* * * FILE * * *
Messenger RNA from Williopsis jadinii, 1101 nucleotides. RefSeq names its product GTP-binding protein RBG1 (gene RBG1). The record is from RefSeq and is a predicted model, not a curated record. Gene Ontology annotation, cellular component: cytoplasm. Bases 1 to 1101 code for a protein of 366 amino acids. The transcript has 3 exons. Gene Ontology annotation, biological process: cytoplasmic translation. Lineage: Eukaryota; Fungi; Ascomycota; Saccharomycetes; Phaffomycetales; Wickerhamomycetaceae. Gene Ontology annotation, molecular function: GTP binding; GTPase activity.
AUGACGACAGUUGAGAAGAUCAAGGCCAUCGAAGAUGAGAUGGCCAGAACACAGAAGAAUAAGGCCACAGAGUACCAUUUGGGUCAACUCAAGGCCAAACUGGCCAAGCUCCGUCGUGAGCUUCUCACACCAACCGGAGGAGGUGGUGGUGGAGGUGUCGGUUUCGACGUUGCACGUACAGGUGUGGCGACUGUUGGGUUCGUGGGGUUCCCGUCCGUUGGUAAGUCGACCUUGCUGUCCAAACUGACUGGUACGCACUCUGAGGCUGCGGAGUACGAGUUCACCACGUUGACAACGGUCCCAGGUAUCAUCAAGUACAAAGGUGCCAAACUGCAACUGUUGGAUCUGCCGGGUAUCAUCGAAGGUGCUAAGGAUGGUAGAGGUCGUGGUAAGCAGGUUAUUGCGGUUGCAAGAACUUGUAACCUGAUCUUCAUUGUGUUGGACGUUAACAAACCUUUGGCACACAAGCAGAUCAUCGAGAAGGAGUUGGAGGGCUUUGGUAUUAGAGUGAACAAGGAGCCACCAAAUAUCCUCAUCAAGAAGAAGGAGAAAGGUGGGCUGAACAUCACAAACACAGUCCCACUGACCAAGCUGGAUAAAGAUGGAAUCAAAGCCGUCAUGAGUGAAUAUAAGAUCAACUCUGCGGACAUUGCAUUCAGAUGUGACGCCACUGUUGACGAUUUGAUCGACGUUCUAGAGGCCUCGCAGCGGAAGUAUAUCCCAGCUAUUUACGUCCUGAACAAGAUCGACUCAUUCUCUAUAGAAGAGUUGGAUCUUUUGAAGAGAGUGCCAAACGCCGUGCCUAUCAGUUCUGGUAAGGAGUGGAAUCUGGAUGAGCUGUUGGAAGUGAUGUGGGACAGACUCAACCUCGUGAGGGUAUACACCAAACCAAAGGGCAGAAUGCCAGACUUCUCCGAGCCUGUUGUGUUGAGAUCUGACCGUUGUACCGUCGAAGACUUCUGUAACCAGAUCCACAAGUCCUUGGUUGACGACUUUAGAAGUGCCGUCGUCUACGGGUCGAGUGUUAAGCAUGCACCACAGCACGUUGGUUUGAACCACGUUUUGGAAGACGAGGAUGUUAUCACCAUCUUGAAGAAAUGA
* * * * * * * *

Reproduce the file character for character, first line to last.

Messenger RNA from Williopsis jadinii, 1101 nucleotides. RefSeq names its product GTP-binding protein RBG1 (gene RBG1). The record is from RefSeq and is a predicted model, not a curated record. Gene Ontology annotation, cellular component: cytoplasm. Bases 1 to 1101 code for a protein of 366 amino acids. The transcript has 3 exons. Gene Ontology annotation, biological process: cytoplasmic translation. Lineage: Eukaryota; Fungi; Ascomycota; Saccharomycetes; Phaffomycetales; Wickerhamomycetaceae. Gene Ontology annotation, molecular function: GTP binding; GTPase activity.
AUGACGACAGUUGAGAAGAUCAAGGCCAUCGAAGAUGAGAUGGCCAGAACACAGAAGAAUAAGGCCACAGAGUACCAUUUGGGUCAACUCAAGGCCAAACUGGCCAAGCUCCGUCGUGAGCUUCUCACACCAACCGGAGGAGGUGGUGGUGGAGGUGUCGGUUUCGACGUUGCACGUACAGGUGUGGCGACUGUUGGGUUCGUGGGGUUCCCGUCCGUUGGUAAGUCGACCUUGCUGUCCAAACUGACUGGUACGCACUCUGAGGCUGCGGAGUACGAGUUCACCACGUUGACAACGGUCCCAGGUAUCAUCAAGUACAAAGGUGCCAAACUGCAACUGUUGGAUCUGCCGGGUAUCAUCGAAGGUGCUAAGGAUGGUAGAGGUCGUGGUAAGCAGGUUAUUGCGGUUGCAAGAACUUGUAACCUGAUCUUCAUUGUGUUGGACGUUAACAAACCUUUGGCACACAAGCAGAUCAUCGAGAAGGAGUUGGAGGGCUUUGGUAUUAGAGUGAACAAGGAGCCACCAAAUAUCCUCAUCAAGAAGAAGGAGAAAGGUGGGCUGAACAUCACAAACACAGUCCCACUGACCAAGCUGGAUAAAGAUGGAAUCAAAGCCGUCAUGAGUGAAUAUAAGAUCAACUCUGCGGACAUUGCAUUCAGAUGUGACGCCACUGUUGACGAUUUGAUCGACGUUCUAGAGGCCUCGCAGCGGAAGUAUAUCCCAGCUAUUUACGUCCUGAACAAGAUCGACUCAUUCUCUAUAGAAGAGUUGGAUCUUUUGAAGAGAGUGCCAAACGCCGUGCCUAUCAGUUCUGGUAAGGAGUGGAAUCUGGAUGAGCUGUUGGAAGUGAUGUGGGACAGACUCAACCUCGUGAGGGUAUACACCAAACCAAAGGGCAGAAUGCCAGACUUCUCCGAGCCUGUUGUGUUGAGAUCUGACCGUUGUACCGUCGAAGACUUCUGUAACCAGAUCCACAAGUCCUUGGUUGACGACUUUAGAAGUGCCGUCGUCUACGGGUCGAGUGUUAAGCAUGCACCACAGCACGUUGGUUUGAACCACGUUUUGGAAGACGAGGAUGUUAUCACCAUCUUGAAGAAAUGA